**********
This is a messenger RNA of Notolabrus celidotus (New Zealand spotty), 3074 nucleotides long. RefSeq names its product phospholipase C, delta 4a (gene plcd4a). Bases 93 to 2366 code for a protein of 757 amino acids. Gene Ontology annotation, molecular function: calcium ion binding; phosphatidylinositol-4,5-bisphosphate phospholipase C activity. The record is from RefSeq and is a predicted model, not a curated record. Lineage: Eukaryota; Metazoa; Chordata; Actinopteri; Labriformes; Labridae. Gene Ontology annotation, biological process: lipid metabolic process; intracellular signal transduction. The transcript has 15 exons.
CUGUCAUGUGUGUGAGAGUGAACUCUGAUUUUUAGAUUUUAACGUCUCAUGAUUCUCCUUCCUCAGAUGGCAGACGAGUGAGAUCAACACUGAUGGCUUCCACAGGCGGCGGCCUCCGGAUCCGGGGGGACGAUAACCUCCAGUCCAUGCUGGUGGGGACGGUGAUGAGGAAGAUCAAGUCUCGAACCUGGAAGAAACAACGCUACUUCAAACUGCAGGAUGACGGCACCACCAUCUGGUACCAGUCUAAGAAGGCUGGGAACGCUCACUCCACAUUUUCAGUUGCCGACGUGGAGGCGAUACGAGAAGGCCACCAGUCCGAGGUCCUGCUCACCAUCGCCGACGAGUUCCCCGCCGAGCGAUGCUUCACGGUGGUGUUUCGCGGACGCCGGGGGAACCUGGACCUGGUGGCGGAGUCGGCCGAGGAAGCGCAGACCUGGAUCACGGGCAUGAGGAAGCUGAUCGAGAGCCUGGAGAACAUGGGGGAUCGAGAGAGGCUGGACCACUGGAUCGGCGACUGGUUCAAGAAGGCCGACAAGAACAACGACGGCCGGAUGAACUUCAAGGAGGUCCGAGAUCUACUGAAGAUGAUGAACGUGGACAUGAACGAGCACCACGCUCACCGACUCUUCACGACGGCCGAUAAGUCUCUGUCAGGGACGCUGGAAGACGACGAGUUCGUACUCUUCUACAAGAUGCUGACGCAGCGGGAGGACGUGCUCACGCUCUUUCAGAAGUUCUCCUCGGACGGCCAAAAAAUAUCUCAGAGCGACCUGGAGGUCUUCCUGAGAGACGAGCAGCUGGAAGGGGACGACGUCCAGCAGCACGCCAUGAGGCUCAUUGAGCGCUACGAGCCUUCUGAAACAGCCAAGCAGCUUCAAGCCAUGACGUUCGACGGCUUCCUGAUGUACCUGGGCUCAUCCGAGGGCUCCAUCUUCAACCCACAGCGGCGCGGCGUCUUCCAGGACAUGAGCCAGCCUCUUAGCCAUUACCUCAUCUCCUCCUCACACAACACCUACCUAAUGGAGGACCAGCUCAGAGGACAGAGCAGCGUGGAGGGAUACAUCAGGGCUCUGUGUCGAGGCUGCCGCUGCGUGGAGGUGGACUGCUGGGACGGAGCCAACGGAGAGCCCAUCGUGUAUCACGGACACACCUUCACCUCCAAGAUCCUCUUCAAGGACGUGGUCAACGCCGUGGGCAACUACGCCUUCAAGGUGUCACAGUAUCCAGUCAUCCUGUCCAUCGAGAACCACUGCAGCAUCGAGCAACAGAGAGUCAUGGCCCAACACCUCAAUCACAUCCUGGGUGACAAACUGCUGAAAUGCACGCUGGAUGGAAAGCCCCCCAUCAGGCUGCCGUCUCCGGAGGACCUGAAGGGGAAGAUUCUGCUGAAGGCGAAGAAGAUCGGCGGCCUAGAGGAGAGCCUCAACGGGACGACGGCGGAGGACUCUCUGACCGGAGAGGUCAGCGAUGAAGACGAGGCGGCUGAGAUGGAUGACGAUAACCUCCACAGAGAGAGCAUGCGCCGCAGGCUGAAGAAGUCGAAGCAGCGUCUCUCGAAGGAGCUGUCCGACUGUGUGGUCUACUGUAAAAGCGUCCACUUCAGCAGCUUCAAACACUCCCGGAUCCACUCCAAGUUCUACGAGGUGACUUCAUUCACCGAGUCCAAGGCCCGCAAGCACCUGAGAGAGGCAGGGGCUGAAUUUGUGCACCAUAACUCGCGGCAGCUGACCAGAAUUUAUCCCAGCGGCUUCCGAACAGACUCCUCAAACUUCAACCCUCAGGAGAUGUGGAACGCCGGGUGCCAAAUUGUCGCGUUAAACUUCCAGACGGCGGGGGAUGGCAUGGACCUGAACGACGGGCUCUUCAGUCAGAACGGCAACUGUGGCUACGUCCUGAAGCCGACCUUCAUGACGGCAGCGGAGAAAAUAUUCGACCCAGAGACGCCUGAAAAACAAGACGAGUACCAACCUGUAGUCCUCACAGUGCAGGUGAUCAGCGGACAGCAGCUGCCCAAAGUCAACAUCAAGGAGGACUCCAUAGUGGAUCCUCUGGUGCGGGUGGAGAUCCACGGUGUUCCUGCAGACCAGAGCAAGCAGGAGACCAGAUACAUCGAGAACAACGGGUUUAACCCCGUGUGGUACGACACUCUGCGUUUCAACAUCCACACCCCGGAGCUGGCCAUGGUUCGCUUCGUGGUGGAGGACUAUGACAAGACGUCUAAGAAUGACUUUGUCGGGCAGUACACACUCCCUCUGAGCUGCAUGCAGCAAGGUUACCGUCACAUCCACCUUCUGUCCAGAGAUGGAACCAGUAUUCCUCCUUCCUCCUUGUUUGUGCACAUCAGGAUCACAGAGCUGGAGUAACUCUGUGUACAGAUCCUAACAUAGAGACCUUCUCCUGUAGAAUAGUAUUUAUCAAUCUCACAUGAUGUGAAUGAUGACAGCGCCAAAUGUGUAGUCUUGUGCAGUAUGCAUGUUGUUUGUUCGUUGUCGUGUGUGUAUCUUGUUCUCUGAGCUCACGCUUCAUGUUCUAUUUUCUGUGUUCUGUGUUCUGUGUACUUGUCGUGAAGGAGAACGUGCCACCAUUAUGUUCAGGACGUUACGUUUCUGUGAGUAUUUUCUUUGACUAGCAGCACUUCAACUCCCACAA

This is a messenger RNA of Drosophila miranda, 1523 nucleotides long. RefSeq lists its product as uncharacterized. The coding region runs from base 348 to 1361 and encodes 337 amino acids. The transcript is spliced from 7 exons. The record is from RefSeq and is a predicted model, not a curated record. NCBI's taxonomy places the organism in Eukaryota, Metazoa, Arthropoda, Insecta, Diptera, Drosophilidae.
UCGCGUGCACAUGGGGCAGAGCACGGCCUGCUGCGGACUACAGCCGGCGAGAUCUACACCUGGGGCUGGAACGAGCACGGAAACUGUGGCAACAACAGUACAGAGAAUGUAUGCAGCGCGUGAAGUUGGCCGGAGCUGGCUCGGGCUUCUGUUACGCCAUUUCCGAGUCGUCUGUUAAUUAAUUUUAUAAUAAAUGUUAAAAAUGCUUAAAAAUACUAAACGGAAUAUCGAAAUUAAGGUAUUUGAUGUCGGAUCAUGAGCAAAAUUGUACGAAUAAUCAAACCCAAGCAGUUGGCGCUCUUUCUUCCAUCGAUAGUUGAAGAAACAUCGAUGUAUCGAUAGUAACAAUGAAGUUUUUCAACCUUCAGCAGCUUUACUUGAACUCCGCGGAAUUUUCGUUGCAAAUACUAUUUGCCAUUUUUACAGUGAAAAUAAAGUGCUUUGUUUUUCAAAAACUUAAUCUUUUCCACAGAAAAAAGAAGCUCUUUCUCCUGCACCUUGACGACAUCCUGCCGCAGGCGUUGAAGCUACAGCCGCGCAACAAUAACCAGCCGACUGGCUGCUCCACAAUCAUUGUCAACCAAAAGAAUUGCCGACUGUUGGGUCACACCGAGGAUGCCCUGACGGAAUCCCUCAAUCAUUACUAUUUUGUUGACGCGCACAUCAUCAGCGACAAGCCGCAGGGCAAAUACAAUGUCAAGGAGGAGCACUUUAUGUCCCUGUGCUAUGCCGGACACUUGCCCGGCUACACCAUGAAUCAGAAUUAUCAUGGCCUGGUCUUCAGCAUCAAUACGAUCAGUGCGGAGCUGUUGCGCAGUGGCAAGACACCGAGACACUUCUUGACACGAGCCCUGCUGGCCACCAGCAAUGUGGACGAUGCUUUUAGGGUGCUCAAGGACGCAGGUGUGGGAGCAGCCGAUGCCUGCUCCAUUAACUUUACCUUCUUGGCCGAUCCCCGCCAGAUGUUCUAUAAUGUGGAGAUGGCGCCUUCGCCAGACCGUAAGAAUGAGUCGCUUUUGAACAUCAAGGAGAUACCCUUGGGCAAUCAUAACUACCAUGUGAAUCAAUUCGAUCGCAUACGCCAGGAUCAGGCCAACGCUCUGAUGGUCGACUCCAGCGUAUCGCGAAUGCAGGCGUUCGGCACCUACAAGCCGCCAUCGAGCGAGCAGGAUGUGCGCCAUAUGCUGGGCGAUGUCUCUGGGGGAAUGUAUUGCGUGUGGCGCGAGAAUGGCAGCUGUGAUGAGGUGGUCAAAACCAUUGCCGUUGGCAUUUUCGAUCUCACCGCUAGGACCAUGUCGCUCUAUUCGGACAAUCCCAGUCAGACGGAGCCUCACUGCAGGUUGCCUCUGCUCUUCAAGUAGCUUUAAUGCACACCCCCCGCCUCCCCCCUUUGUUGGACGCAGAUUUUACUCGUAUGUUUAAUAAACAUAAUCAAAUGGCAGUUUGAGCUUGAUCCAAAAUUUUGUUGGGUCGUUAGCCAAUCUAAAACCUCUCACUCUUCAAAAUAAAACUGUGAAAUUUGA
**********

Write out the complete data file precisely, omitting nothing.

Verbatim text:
This is a messenger RNA of Notolabrus celidotus (New Zealand spotty), 3074 nucleotides long. RefSeq names its product phospholipase C, delta 4a (gene plcd4a). Bases 93 to 2366 code for a protein of 757 amino acids. Gene Ontology annotation, molecular function: calcium ion binding; phosphatidylinositol-4,5-bisphosphate phospholipase C activity. The record is from RefSeq and is a predicted model, not a curated record. Lineage: Eukaryota; Metazoa; Chordata; Actinopteri; Labriformes; Labridae. Gene Ontology annotation, biological process: lipid metabolic process; intracellular signal transduction. The transcript has 15 exons.
CUGUCAUGUGUGUGAGAGUGAACUCUGAUUUUUAGAUUUUAACGUCUCAUGAUUCUCCUUCCUCAGAUGGCAGACGAGUGAGAUCAACACUGAUGGCUUCCACAGGCGGCGGCCUCCGGAUCCGGGGGGACGAUAACCUCCAGUCCAUGCUGGUGGGGACGGUGAUGAGGAAGAUCAAGUCUCGAACCUGGAAGAAACAACGCUACUUCAAACUGCAGGAUGACGGCACCACCAUCUGGUACCAGUCUAAGAAGGCUGGGAACGCUCACUCCACAUUUUCAGUUGCCGACGUGGAGGCGAUACGAGAAGGCCACCAGUCCGAGGUCCUGCUCACCAUCGCCGACGAGUUCCCCGCCGAGCGAUGCUUCACGGUGGUGUUUCGCGGACGCCGGGGGAACCUGGACCUGGUGGCGGAGUCGGCCGAGGAAGCGCAGACCUGGAUCACGGGCAUGAGGAAGCUGAUCGAGAGCCUGGAGAACAUGGGGGAUCGAGAGAGGCUGGACCACUGGAUCGGCGACUGGUUCAAGAAGGCCGACAAGAACAACGACGGCCGGAUGAACUUCAAGGAGGUCCGAGAUCUACUGAAGAUGAUGAACGUGGACAUGAACGAGCACCACGCUCACCGACUCUUCACGACGGCCGAUAAGUCUCUGUCAGGGACGCUGGAAGACGACGAGUUCGUACUCUUCUACAAGAUGCUGACGCAGCGGGAGGACGUGCUCACGCUCUUUCAGAAGUUCUCCUCGGACGGCCAAAAAAUAUCUCAGAGCGACCUGGAGGUCUUCCUGAGAGACGAGCAGCUGGAAGGGGACGACGUCCAGCAGCACGCCAUGAGGCUCAUUGAGCGCUACGAGCCUUCUGAAACAGCCAAGCAGCUUCAAGCCAUGACGUUCGACGGCUUCCUGAUGUACCUGGGCUCAUCCGAGGGCUCCAUCUUCAACCCACAGCGGCGCGGCGUCUUCCAGGACAUGAGCCAGCCUCUUAGCCAUUACCUCAUCUCCUCCUCACACAACACCUACCUAAUGGAGGACCAGCUCAGAGGACAGAGCAGCGUGGAGGGAUACAUCAGGGCUCUGUGUCGAGGCUGCCGCUGCGUGGAGGUGGACUGCUGGGACGGAGCCAACGGAGAGCCCAUCGUGUAUCACGGACACACCUUCACCUCCAAGAUCCUCUUCAAGGACGUGGUCAACGCCGUGGGCAACUACGCCUUCAAGGUGUCACAGUAUCCAGUCAUCCUGUCCAUCGAGAACCACUGCAGCAUCGAGCAACAGAGAGUCAUGGCCCAACACCUCAAUCACAUCCUGGGUGACAAACUGCUGAAAUGCACGCUGGAUGGAAAGCCCCCCAUCAGGCUGCCGUCUCCGGAGGACCUGAAGGGGAAGAUUCUGCUGAAGGCGAAGAAGAUCGGCGGCCUAGAGGAGAGCCUCAACGGGACGACGGCGGAGGACUCUCUGACCGGAGAGGUCAGCGAUGAAGACGAGGCGGCUGAGAUGGAUGACGAUAACCUCCACAGAGAGAGCAUGCGCCGCAGGCUGAAGAAGUCGAAGCAGCGUCUCUCGAAGGAGCUGUCCGACUGUGUGGUCUACUGUAAAAGCGUCCACUUCAGCAGCUUCAAACACUCCCGGAUCCACUCCAAGUUCUACGAGGUGACUUCAUUCACCGAGUCCAAGGCCCGCAAGCACCUGAGAGAGGCAGGGGCUGAAUUUGUGCACCAUAACUCGCGGCAGCUGACCAGAAUUUAUCCCAGCGGCUUCCGAACAGACUCCUCAAACUUCAACCCUCAGGAGAUGUGGAACGCCGGGUGCCAAAUUGUCGCGUUAAACUUCCAGACGGCGGGGGAUGGCAUGGACCUGAACGACGGGCUCUUCAGUCAGAACGGCAACUGUGGCUACGUCCUGAAGCCGACCUUCAUGACGGCAGCGGAGAAAAUAUUCGACCCAGAGACGCCUGAAAAACAAGACGAGUACCAACCUGUAGUCCUCACAGUGCAGGUGAUCAGCGGACAGCAGCUGCCCAAAGUCAACAUCAAGGAGGACUCCAUAGUGGAUCCUCUGGUGCGGGUGGAGAUCCACGGUGUUCCUGCAGACCAGAGCAAGCAGGAGACCAGAUACAUCGAGAACAACGGGUUUAACCCCGUGUGGUACGACACUCUGCGUUUCAACAUCCACACCCCGGAGCUGGCCAUGGUUCGCUUCGUGGUGGAGGACUAUGACAAGACGUCUAAGAAUGACUUUGUCGGGCAGUACACACUCCCUCUGAGCUGCAUGCAGCAAGGUUACCGUCACAUCCACCUUCUGUCCAGAGAUGGAACCAGUAUUCCUCCUUCCUCCUUGUUUGUGCACAUCAGGAUCACAGAGCUGGAGUAACUCUGUGUACAGAUCCUAACAUAGAGACCUUCUCCUGUAGAAUAGUAUUUAUCAAUCUCACAUGAUGUGAAUGAUGACAGCGCCAAAUGUGUAGUCUUGUGCAGUAUGCAUGUUGUUUGUUCGUUGUCGUGUGUGUAUCUUGUUCUCUGAGCUCACGCUUCAUGUUCUAUUUUCUGUGUUCUGUGUUCUGUGUACUUGUCGUGAAGGAGAACGUGCCACCAUUAUGUUCAGGACGUUACGUUUCUGUGAGUAUUUUCUUUGACUAGCAGCACUUCAACUCCCACAA

This is a messenger RNA of Drosophila miranda, 1523 nucleotides long. RefSeq lists its product as uncharacterized. The coding region runs from base 348 to 1361 and encodes 337 amino acids. The transcript is spliced from 7 exons. The record is from RefSeq and is a predicted model, not a curated record. NCBI's taxonomy places the organism in Eukaryota, Metazoa, Arthropoda, Insecta, Diptera, Drosophilidae.
UCGCGUGCACAUGGGGCAGAGCACGGCCUGCUGCGGACUACAGCCGGCGAGAUCUACACCUGGGGCUGGAACGAGCACGGAAACUGUGGCAACAACAGUACAGAGAAUGUAUGCAGCGCGUGAAGUUGGCCGGAGCUGGCUCGGGCUUCUGUUACGCCAUUUCCGAGUCGUCUGUUAAUUAAUUUUAUAAUAAAUGUUAAAAAUGCUUAAAAAUACUAAACGGAAUAUCGAAAUUAAGGUAUUUGAUGUCGGAUCAUGAGCAAAAUUGUACGAAUAAUCAAACCCAAGCAGUUGGCGCUCUUUCUUCCAUCGAUAGUUGAAGAAACAUCGAUGUAUCGAUAGUAACAAUGAAGUUUUUCAACCUUCAGCAGCUUUACUUGAACUCCGCGGAAUUUUCGUUGCAAAUACUAUUUGCCAUUUUUACAGUGAAAAUAAAGUGCUUUGUUUUUCAAAAACUUAAUCUUUUCCACAGAAAAAAGAAGCUCUUUCUCCUGCACCUUGACGACAUCCUGCCGCAGGCGUUGAAGCUACAGCCGCGCAACAAUAACCAGCCGACUGGCUGCUCCACAAUCAUUGUCAACCAAAAGAAUUGCCGACUGUUGGGUCACACCGAGGAUGCCCUGACGGAAUCCCUCAAUCAUUACUAUUUUGUUGACGCGCACAUCAUCAGCGACAAGCCGCAGGGCAAAUACAAUGUCAAGGAGGAGCACUUUAUGUCCCUGUGCUAUGCCGGACACUUGCCCGGCUACACCAUGAAUCAGAAUUAUCAUGGCCUGGUCUUCAGCAUCAAUACGAUCAGUGCGGAGCUGUUGCGCAGUGGCAAGACACCGAGACACUUCUUGACACGAGCCCUGCUGGCCACCAGCAAUGUGGACGAUGCUUUUAGGGUGCUCAAGGACGCAGGUGUGGGAGCAGCCGAUGCCUGCUCCAUUAACUUUACCUUCUUGGCCGAUCCCCGCCAGAUGUUCUAUAAUGUGGAGAUGGCGCCUUCGCCAGACCGUAAGAAUGAGUCGCUUUUGAACAUCAAGGAGAUACCCUUGGGCAAUCAUAACUACCAUGUGAAUCAAUUCGAUCGCAUACGCCAGGAUCAGGCCAACGCUCUGAUGGUCGACUCCAGCGUAUCGCGAAUGCAGGCGUUCGGCACCUACAAGCCGCCAUCGAGCGAGCAGGAUGUGCGCCAUAUGCUGGGCGAUGUCUCUGGGGGAAUGUAUUGCGUGUGGCGCGAGAAUGGCAGCUGUGAUGAGGUGGUCAAAACCAUUGCCGUUGGCAUUUUCGAUCUCACCGCUAGGACCAUGUCGCUCUAUUCGGACAAUCCCAGUCAGACGGAGCCUCACUGCAGGUUGCCUCUGCUCUUCAAGUAGCUUUAAUGCACACCCCCCGCCUCCCCCCUUUGUUGGACGCAGAUUUUACUCGUAUGUUUAAUAAACAUAAUCAAAUGGCAGUUUGAGCUUGAUCCAAAAUUUUGUUGGGUCGUUAGCCAAUCUAAAACCUCUCACUCUUCAAAAUAAAACUGUGAAAUUUGA